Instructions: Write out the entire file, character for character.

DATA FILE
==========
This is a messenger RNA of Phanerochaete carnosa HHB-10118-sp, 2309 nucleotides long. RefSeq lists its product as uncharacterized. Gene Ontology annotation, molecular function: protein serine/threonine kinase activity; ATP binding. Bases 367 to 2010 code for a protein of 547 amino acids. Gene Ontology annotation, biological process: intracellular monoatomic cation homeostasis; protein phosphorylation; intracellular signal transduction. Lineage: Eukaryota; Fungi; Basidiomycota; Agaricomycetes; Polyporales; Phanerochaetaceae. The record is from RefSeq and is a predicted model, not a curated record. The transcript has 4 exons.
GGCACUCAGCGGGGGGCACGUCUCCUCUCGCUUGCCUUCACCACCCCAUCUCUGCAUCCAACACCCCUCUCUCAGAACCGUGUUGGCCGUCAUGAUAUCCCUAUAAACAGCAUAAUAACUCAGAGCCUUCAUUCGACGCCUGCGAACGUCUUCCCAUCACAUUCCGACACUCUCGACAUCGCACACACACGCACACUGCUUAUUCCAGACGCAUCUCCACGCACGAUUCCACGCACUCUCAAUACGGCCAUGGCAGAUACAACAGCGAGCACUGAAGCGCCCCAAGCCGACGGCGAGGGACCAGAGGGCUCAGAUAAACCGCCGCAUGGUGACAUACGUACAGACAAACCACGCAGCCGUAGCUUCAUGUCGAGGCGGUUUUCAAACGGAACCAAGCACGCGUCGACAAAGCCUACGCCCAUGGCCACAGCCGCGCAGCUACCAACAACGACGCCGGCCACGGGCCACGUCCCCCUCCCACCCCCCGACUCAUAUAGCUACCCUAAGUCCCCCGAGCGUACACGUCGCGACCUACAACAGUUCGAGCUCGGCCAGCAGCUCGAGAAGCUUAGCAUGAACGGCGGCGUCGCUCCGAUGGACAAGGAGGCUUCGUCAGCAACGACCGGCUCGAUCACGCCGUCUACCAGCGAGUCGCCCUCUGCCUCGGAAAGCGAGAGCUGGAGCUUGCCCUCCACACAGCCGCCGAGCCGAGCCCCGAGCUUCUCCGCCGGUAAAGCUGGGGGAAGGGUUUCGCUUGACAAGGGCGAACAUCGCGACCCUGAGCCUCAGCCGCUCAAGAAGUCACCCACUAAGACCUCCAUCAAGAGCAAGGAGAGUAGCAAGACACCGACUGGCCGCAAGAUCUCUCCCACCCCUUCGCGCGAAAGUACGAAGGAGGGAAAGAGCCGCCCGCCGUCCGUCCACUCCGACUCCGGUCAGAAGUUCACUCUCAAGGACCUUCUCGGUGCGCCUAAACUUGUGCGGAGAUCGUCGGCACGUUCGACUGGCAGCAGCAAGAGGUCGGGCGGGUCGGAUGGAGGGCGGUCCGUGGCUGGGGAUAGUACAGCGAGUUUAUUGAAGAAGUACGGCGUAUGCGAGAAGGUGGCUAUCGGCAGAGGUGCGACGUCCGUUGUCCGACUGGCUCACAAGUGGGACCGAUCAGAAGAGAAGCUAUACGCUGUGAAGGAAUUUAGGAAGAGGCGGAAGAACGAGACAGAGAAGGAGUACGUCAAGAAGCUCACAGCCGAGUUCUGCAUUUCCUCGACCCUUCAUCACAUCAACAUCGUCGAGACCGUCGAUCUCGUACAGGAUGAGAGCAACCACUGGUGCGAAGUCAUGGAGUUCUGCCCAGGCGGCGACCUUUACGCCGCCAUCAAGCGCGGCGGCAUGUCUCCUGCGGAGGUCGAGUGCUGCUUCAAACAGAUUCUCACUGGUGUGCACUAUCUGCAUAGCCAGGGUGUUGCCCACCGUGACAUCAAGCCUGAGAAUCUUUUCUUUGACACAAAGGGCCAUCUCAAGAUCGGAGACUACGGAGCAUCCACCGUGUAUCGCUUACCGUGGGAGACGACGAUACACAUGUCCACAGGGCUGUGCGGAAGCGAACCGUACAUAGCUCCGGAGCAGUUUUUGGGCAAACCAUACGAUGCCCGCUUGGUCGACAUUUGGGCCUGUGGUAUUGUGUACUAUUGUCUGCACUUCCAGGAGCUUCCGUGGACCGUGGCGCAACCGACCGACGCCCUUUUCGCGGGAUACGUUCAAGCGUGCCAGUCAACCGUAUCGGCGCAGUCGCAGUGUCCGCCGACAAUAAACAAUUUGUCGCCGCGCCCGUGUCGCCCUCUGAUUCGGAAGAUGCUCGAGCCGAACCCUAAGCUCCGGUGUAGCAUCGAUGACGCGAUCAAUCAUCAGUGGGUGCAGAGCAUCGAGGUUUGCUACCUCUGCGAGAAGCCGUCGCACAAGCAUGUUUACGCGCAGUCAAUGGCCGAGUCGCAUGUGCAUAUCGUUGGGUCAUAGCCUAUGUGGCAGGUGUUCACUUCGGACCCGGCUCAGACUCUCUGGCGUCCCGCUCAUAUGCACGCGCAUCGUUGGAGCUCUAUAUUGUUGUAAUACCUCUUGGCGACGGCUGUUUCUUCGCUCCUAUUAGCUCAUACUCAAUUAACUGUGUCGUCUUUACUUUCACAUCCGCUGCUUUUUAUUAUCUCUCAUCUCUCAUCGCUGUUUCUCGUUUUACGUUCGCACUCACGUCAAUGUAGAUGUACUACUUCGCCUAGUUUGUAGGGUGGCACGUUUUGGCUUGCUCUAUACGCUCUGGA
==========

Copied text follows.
This is a messenger RNA of Phanerochaete carnosa HHB-10118-sp, 2309 nucleotides long. RefSeq lists its product as uncharacterized. Gene Ontology annotation, molecular function: protein serine/threonine kinase activity; ATP binding. Bases 367 to 2010 code for a protein of 547 amino acids. Gene Ontology annotation, biological process: intracellular monoatomic cation homeostasis; protein phosphorylation; intracellular signal transduction. Lineage: Eukaryota; Fungi; Basidiomycota; Agaricomycetes; Polyporales; Phanerochaetaceae. The record is from RefSeq and is a predicted model, not a curated record. The transcript has 4 exons.
GGCACUCAGCGGGGGGCACGUCUCCUCUCGCUUGCCUUCACCACCCCAUCUCUGCAUCCAACACCCCUCUCUCAGAACCGUGUUGGCCGUCAUGAUAUCCCUAUAAACAGCAUAAUAACUCAGAGCCUUCAUUCGACGCCUGCGAACGUCUUCCCAUCACAUUCCGACACUCUCGACAUCGCACACACACGCACACUGCUUAUUCCAGACGCAUCUCCACGCACGAUUCCACGCACUCUCAAUACGGCCAUGGCAGAUACAACAGCGAGCACUGAAGCGCCCCAAGCCGACGGCGAGGGACCAGAGGGCUCAGAUAAACCGCCGCAUGGUGACAUACGUACAGACAAACCACGCAGCCGUAGCUUCAUGUCGAGGCGGUUUUCAAACGGAACCAAGCACGCGUCGACAAAGCCUACGCCCAUGGCCACAGCCGCGCAGCUACCAACAACGACGCCGGCCACGGGCCACGUCCCCCUCCCACCCCCCGACUCAUAUAGCUACCCUAAGUCCCCCGAGCGUACACGUCGCGACCUACAACAGUUCGAGCUCGGCCAGCAGCUCGAGAAGCUUAGCAUGAACGGCGGCGUCGCUCCGAUGGACAAGGAGGCUUCGUCAGCAACGACCGGCUCGAUCACGCCGUCUACCAGCGAGUCGCCCUCUGCCUCGGAAAGCGAGAGCUGGAGCUUGCCCUCCACACAGCCGCCGAGCCGAGCCCCGAGCUUCUCCGCCGGUAAAGCUGGGGGAAGGGUUUCGCUUGACAAGGGCGAACAUCGCGACCCUGAGCCUCAGCCGCUCAAGAAGUCACCCACUAAGACCUCCAUCAAGAGCAAGGAGAGUAGCAAGACACCGACUGGCCGCAAGAUCUCUCCCACCCCUUCGCGCGAAAGUACGAAGGAGGGAAAGAGCCGCCCGCCGUCCGUCCACUCCGACUCCGGUCAGAAGUUCACUCUCAAGGACCUUCUCGGUGCGCCUAAACUUGUGCGGAGAUCGUCGGCACGUUCGACUGGCAGCAGCAAGAGGUCGGGCGGGUCGGAUGGAGGGCGGUCCGUGGCUGGGGAUAGUACAGCGAGUUUAUUGAAGAAGUACGGCGUAUGCGAGAAGGUGGCUAUCGGCAGAGGUGCGACGUCCGUUGUCCGACUGGCUCACAAGUGGGACCGAUCAGAAGAGAAGCUAUACGCUGUGAAGGAAUUUAGGAAGAGGCGGAAGAACGAGACAGAGAAGGAGUACGUCAAGAAGCUCACAGCCGAGUUCUGCAUUUCCUCGACCCUUCAUCACAUCAACAUCGUCGAGACCGUCGAUCUCGUACAGGAUGAGAGCAACCACUGGUGCGAAGUCAUGGAGUUCUGCCCAGGCGGCGACCUUUACGCCGCCAUCAAGCGCGGCGGCAUGUCUCCUGCGGAGGUCGAGUGCUGCUUCAAACAGAUUCUCACUGGUGUGCACUAUCUGCAUAGCCAGGGUGUUGCCCACCGUGACAUCAAGCCUGAGAAUCUUUUCUUUGACACAAAGGGCCAUCUCAAGAUCGGAGACUACGGAGCAUCCACCGUGUAUCGCUUACCGUGGGAGACGACGAUACACAUGUCCACAGGGCUGUGCGGAAGCGAACCGUACAUAGCUCCGGAGCAGUUUUUGGGCAAACCAUACGAUGCCCGCUUGGUCGACAUUUGGGCCUGUGGUAUUGUGUACUAUUGUCUGCACUUCCAGGAGCUUCCGUGGACCGUGGCGCAACCGACCGACGCCCUUUUCGCGGGAUACGUUCAAGCGUGCCAGUCAACCGUAUCGGCGCAGUCGCAGUGUCCGCCGACAAUAAACAAUUUGUCGCCGCGCCCGUGUCGCCCUCUGAUUCGGAAGAUGCUCGAGCCGAACCCUAAGCUCCGGUGUAGCAUCGAUGACGCGAUCAAUCAUCAGUGGGUGCAGAGCAUCGAGGUUUGCUACCUCUGCGAGAAGCCGUCGCACAAGCAUGUUUACGCGCAGUCAAUGGCCGAGUCGCAUGUGCAUAUCGUUGGGUCAUAGCCUAUGUGGCAGGUGUUCACUUCGGACCCGGCUCAGACUCUCUGGCGUCCCGCUCAUAUGCACGCGCAUCGUUGGAGCUCUAUAUUGUUGUAAUACCUCUUGGCGACGGCUGUUUCUUCGCUCCUAUUAGCUCAUACUCAAUUAACUGUGUCGUCUUUACUUUCACAUCCGCUGCUUUUUAUUAUCUCUCAUCUCUCAUCGCUGUUUCUCGUUUUACGUUCGCACUCACGUCAAUGUAGAUGUACUACUUCGCCUAGUUUGUAGGGUGGCACGUUUUGGCUUGCUCUAUACGCUCUGGA